MY MOM loved traditions. I so clearly remember her saying, “Once we do something twice, it’s tradition!” (Cue a female version of Tevye singing in Fiddler on the Roof.) One of her — and our — beloved traditions involved our favorite things: Family (including friends that are as close as family) and Food.
For as long as I can remember growing up, every Friday night we had pizza. But this was no ordinary pizza. Every Friday my mom would make pizza dough from scratch (a family recipe my grandma made sure each of her six kids could recreate), concoct her own pizza sauce that I know there is no recipe for and effortlessly throw a few pizzas together. (A blasphemous offer to call Domino’s or Papa John’s was just not done in our house.) Sometimes we’d all eat together or my brother and I would beg to spread a blanket on the living room floor so we could eat while we watched TV — a BIG treat for us.
As we grew up, the Pizza Night tradition evolved. Friends had a standing invitation for Friday pizza and knew that they could show up at the Browns anytime to join the fun. When I was in high school, my mom and her friend, Katy, would kick-off Pizza Night every Friday with a glass of wine an hour or so before the crowd descended upon us. They would chat and catch up but after an hour, they got to work. Wine glasses were retrieved, pizza toppings were chopped, dough was rolled out all with the radio playing in the background. Sure enough, like clockwork, friends started walking in — you were a newcomer if you rang the doorbell.
My mom was like the conductor to the evening orchestral event. She’d roll out the dough and my dad would top the pizza. If you proclaimed how much you just luhhhVED a particular pizza, you got your favorite pizza named after you. Just like your favorite, local eatery featuring The Uncle Sammy sandwich or The Crazy Cousin Bill Burger we had The Adam (Sweet Baby Ray’s Barbeque Chicken Pizza), The Emily (Hawiian Pizza), The Connor (Taco Pizza with Fritos) among others.
Sometimes (actually, just once) we even had competitions to see what new pizza we could add to the rotation.(Yes, that is peanut butter and Nutella on the Left.)
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I first came home to an empty house a few weeks after my mom’s funeral… on a Friday. What’s more, my dad was out of town. However, members of the regular Friday gang assured me if I could open up the house, they could make Pizza Night happen. And how beautiful and poetic it was.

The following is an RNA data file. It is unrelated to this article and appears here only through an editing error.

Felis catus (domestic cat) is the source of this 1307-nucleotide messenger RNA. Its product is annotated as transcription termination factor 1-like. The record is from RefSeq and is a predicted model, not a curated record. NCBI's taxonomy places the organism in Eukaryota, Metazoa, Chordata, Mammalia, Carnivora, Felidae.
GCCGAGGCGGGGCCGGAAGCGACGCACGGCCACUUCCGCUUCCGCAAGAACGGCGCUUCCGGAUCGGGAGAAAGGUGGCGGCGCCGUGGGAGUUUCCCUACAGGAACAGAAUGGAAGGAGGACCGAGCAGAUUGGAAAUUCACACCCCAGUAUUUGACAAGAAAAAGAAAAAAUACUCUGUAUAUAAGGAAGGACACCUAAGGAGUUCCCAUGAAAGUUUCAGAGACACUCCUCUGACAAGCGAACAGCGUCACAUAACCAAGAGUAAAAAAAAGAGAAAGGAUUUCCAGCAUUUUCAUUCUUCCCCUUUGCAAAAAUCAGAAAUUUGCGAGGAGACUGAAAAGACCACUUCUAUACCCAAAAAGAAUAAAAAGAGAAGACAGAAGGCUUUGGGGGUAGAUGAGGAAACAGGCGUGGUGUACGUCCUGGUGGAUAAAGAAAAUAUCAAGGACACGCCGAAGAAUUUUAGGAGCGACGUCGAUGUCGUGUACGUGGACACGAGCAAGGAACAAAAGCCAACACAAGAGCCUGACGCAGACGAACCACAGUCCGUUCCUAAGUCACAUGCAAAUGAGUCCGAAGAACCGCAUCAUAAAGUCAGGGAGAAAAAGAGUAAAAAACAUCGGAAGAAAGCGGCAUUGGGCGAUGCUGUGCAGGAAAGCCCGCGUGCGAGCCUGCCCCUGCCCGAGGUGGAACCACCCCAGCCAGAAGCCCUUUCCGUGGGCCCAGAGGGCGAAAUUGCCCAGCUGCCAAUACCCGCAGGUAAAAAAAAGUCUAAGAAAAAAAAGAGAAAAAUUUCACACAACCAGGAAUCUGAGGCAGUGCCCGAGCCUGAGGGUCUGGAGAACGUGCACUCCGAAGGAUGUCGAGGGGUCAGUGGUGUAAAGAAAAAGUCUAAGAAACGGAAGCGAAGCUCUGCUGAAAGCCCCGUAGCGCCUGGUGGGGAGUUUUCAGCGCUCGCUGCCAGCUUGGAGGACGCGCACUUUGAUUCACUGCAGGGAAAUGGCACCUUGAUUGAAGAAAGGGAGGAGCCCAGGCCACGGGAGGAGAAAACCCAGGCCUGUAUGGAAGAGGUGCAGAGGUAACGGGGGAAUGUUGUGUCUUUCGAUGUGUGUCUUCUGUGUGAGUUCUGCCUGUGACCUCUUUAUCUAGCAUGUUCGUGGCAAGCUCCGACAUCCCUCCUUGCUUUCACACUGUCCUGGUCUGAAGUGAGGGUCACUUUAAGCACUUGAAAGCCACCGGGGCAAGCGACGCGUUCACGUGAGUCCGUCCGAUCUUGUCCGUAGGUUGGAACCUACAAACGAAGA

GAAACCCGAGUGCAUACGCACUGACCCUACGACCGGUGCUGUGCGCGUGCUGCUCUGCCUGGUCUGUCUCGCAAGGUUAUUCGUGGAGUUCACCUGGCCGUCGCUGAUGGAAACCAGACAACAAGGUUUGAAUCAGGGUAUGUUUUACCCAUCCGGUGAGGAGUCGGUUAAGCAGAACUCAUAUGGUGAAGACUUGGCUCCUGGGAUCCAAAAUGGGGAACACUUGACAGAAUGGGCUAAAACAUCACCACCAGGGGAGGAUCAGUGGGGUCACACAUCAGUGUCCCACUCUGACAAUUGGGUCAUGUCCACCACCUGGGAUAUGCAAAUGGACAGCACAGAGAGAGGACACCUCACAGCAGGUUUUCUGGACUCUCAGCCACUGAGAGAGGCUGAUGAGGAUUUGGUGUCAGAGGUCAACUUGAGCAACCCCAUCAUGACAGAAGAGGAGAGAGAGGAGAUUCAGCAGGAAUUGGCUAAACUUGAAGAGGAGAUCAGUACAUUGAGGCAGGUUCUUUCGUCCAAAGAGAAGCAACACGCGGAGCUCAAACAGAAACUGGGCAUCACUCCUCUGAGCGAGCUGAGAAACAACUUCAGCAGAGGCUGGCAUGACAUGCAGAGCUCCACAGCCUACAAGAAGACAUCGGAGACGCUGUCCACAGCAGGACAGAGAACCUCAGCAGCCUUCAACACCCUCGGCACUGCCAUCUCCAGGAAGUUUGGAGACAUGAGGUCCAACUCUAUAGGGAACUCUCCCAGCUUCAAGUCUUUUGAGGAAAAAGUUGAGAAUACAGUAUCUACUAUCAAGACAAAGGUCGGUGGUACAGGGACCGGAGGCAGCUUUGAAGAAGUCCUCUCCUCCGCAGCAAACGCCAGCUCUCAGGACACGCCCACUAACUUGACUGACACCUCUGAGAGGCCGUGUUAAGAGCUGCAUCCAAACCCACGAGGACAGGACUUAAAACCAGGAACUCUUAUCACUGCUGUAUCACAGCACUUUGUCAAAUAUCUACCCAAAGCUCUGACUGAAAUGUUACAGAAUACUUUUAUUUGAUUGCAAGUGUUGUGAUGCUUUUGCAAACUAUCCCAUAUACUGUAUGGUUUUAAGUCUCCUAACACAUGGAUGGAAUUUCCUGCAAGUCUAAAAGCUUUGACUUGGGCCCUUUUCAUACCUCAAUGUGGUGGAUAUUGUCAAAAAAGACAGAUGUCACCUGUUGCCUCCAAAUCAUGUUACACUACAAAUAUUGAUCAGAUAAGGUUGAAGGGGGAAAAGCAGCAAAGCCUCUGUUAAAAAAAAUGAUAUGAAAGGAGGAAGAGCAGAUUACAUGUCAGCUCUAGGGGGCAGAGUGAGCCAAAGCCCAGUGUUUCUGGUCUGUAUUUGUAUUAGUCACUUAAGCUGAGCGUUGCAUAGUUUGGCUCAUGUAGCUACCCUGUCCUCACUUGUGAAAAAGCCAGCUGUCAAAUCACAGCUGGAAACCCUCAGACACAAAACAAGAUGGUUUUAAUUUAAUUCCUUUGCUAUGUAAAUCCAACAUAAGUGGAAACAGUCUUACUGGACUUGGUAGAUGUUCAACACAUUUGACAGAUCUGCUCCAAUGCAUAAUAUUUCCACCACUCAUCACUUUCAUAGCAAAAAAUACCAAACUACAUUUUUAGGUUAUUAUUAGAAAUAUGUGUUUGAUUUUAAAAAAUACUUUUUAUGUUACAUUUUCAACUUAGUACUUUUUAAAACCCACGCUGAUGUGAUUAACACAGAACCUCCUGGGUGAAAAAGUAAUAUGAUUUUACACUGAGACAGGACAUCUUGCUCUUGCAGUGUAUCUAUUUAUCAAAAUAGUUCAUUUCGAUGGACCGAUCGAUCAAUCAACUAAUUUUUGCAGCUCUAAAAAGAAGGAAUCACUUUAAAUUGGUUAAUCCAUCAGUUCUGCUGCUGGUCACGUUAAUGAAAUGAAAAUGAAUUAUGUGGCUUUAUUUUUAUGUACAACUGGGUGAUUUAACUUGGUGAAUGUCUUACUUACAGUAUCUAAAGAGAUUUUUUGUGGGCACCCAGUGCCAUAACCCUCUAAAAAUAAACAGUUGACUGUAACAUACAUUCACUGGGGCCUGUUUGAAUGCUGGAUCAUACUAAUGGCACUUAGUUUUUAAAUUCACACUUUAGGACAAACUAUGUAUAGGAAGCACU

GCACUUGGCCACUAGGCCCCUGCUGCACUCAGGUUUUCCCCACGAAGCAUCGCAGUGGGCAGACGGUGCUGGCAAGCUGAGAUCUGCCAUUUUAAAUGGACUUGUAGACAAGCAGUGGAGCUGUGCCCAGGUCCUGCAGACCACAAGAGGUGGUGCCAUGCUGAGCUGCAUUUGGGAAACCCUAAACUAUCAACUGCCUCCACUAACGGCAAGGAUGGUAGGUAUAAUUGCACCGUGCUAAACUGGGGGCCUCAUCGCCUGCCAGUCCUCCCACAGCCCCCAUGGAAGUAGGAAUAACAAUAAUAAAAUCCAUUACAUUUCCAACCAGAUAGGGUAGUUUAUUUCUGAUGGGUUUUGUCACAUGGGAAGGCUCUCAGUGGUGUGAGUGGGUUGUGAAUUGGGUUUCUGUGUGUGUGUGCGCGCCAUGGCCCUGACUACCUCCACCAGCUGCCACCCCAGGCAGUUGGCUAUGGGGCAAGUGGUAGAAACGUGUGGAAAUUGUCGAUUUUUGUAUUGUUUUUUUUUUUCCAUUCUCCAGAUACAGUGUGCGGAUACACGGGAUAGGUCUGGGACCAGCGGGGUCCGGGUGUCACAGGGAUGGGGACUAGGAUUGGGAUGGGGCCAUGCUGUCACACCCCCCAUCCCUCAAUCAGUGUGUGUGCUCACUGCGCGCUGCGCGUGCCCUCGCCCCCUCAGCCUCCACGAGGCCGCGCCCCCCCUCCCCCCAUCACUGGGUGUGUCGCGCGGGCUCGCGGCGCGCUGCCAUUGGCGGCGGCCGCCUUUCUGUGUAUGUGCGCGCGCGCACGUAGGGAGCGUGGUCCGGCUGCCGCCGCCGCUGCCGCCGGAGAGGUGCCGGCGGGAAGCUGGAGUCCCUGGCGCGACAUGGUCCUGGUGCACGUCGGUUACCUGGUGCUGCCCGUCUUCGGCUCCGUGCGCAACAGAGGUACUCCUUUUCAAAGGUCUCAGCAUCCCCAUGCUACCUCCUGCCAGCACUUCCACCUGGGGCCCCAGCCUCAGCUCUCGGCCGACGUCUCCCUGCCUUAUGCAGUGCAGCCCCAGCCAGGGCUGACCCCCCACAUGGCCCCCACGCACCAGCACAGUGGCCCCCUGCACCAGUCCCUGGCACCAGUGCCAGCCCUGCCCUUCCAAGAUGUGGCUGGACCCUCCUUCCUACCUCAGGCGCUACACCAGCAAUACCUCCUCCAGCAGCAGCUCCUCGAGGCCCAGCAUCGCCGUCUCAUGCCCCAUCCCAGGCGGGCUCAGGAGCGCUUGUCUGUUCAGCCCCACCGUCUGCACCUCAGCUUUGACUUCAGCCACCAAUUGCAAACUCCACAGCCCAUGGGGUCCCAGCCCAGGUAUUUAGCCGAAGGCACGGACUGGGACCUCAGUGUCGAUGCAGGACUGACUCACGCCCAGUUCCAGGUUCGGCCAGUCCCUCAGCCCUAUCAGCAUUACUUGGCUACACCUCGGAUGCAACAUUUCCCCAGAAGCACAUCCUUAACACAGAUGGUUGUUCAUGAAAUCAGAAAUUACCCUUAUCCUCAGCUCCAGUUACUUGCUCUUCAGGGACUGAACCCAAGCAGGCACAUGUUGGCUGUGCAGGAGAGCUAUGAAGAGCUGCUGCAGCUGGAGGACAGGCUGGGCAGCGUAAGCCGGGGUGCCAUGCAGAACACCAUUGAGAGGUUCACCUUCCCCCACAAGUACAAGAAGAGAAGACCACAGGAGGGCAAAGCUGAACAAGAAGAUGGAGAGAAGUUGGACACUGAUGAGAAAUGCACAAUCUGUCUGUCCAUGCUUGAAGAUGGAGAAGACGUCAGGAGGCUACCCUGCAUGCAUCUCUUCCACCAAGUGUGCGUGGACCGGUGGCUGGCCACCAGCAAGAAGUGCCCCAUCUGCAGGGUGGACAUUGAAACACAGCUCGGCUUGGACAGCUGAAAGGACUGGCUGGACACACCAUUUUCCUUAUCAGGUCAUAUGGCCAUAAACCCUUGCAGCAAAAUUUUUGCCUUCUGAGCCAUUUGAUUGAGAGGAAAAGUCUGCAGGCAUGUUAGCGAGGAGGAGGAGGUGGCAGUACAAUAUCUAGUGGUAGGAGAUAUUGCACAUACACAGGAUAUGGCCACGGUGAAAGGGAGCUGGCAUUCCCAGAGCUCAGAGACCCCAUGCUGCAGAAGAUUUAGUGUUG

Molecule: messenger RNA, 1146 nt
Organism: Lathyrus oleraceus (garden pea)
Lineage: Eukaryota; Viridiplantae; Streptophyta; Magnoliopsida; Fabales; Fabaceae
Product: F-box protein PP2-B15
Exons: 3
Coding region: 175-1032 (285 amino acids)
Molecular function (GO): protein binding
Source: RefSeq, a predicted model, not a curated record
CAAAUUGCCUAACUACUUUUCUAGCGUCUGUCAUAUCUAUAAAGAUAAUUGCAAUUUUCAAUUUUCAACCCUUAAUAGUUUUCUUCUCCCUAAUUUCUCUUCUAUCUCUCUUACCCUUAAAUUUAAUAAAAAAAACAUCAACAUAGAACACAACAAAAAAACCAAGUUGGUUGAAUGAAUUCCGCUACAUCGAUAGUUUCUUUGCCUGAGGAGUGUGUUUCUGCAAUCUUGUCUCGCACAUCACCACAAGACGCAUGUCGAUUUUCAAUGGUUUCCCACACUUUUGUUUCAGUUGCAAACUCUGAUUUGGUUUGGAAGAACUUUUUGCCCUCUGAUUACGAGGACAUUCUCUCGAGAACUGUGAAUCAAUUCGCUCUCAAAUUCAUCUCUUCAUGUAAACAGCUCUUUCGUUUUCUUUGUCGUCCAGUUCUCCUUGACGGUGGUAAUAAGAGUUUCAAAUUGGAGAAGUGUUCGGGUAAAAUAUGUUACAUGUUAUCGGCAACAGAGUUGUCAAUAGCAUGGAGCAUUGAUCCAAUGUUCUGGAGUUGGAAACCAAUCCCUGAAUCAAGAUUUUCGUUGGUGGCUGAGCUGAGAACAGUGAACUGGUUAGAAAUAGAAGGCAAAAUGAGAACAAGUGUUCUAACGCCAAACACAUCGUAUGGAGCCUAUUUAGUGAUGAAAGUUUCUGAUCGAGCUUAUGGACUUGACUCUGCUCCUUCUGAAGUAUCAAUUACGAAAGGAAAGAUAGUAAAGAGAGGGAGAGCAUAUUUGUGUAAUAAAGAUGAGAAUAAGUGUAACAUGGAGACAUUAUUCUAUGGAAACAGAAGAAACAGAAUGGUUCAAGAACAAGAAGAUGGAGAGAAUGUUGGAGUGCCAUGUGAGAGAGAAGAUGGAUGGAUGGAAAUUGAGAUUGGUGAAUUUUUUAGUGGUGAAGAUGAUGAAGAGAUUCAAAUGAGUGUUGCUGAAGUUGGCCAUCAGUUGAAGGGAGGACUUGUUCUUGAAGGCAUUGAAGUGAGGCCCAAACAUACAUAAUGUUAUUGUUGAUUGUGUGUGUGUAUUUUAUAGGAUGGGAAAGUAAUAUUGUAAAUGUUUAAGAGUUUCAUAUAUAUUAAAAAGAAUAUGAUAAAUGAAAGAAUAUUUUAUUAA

One by one, folks pranced in with the necessaries. I felt like George Bailey, as friends stepped up to help. A once empty counter, now overflowed with vegetables and toppings, pizza dough, sauce, and drinks. At once, we all labored over cutting boards and rolling pins, with the radio playing in the background. Everyone had a job. It’s funny how it takes so many people to fill the void of one. While my mom usually orchestrated on her own, it now took several sets of inspecting eyes to determine if a pizza was done. (My mom never set a timer so we were never really sure how long each pizza needed to bake.) We cheered for each other and encouraged. Usually my Dad cut the pizzas but without him there, it was decided that pizza cutting was a genetic gift so I was the next best thing.
A few weeks ago I was home again in time for Pizza Night and I saw such a bigger story being told. Pretty easily and understandably, Pizza Night could have ended last August. But instead, the same friends keep showing up to let the tradition carry on. One friend is always responsible for bringing pizza dough. Another friend is responsible for rolling the dough. Other friends always bring choice toppings, while others bring dessert or drinks. We feel the absence of one but each take on the burden and joy of carrying on the hospitality she demonstrated to us all so well.
Without a doubt, I know my mom would love to know that Pizza Night carries on. While it’s not as effortless as before — although, my dad is quite a pro now — we continue. We use store bought dough now. It takes five sets of eyes to deem a pizza done. We coach each other and cheer as each pizza feels like such an accomplishment.
Our improvisation shows tells of a grander lesson. We can adapt. We can grow out of sadness. Life is heart-breaking at times but steadily continues on. Pizza is good but best shared with many, many friends.